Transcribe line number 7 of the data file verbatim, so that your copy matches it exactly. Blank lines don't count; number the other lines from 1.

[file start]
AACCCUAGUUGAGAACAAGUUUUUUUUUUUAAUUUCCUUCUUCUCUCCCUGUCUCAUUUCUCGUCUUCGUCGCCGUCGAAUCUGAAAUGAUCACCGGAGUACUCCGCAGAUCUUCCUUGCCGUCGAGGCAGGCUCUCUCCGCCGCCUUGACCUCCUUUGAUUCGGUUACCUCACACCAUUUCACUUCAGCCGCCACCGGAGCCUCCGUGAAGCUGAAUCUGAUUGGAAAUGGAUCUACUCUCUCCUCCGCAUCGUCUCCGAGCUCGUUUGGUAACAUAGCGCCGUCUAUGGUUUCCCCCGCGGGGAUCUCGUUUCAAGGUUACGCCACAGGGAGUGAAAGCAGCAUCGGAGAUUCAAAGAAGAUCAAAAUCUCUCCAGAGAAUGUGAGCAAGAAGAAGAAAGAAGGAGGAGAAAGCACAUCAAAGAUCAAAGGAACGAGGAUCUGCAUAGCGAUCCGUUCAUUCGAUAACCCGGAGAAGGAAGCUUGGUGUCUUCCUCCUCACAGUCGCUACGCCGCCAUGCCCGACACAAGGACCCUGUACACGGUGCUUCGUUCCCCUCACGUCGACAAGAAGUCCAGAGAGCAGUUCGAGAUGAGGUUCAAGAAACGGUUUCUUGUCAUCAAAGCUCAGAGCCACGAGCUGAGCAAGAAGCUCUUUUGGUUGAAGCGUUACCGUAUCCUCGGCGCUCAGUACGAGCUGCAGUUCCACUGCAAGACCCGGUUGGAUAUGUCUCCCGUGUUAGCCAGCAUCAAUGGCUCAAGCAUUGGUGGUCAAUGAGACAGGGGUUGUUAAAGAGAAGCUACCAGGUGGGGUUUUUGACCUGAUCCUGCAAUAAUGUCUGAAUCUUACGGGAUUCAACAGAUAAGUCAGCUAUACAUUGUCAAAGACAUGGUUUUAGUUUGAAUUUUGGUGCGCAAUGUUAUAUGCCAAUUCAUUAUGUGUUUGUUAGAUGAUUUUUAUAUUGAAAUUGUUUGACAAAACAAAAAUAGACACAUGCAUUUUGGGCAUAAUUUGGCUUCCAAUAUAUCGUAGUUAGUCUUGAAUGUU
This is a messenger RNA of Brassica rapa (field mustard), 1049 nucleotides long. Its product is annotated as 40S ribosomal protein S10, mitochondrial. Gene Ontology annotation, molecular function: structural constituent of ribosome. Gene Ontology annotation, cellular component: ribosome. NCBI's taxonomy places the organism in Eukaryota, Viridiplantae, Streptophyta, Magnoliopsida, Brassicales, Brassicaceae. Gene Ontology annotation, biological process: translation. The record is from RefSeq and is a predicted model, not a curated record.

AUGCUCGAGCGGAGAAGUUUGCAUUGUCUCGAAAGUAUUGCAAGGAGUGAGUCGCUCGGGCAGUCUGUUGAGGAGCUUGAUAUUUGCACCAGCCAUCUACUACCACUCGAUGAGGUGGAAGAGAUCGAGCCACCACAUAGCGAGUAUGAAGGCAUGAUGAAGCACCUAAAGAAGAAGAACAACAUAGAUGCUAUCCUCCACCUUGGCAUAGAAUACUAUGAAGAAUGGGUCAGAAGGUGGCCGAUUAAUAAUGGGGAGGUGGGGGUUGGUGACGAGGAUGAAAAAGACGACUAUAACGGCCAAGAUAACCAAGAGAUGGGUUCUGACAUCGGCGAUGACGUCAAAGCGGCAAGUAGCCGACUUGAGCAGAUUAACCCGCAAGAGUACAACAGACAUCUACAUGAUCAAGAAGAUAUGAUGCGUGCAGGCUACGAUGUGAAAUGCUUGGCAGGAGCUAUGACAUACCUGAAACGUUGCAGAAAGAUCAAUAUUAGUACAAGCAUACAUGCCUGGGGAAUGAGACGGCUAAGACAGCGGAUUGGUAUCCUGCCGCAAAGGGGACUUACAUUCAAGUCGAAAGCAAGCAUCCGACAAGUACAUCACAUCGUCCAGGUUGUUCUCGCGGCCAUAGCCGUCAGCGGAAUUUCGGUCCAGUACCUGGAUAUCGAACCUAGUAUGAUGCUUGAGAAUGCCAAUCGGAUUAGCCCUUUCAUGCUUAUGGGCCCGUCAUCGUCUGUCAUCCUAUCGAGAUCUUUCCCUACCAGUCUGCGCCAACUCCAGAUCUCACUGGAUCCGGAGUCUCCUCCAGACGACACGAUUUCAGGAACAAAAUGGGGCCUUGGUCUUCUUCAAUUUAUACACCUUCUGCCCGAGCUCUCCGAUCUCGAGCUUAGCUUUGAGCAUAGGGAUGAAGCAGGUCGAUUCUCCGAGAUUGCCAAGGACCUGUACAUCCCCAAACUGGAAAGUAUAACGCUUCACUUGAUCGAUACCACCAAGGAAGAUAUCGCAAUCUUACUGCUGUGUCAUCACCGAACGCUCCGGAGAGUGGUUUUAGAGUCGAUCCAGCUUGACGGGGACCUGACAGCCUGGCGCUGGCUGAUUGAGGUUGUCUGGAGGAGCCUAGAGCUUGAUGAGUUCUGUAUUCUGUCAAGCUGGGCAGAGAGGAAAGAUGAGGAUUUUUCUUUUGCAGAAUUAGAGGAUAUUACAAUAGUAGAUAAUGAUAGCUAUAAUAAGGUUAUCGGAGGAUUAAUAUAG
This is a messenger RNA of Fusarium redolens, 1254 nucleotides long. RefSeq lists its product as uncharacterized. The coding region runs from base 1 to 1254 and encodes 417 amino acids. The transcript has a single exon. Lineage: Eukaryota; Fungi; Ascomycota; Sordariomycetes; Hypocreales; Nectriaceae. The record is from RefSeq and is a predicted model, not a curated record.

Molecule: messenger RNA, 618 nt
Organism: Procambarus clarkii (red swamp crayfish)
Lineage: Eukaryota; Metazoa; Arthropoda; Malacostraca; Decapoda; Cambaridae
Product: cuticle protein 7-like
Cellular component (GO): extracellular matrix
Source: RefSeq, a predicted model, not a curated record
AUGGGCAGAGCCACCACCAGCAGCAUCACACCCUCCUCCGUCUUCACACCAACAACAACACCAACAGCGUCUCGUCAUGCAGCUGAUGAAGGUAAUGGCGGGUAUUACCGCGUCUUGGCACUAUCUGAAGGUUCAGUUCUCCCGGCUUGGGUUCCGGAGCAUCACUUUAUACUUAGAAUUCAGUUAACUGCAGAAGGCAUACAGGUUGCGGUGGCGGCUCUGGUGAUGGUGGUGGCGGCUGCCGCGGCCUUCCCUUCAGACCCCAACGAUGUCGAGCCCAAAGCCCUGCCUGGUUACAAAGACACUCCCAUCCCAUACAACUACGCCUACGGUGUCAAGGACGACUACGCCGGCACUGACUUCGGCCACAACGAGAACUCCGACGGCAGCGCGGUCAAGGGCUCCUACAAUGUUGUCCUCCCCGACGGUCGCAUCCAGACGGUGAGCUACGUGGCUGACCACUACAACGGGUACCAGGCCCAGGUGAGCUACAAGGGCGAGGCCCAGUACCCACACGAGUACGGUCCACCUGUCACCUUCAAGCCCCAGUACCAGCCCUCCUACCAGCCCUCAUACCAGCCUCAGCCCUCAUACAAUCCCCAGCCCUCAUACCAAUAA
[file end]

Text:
Lineage: Eukaryota; Metazoa; Arthropoda; Malacostraca; Decapoda; Cambaridae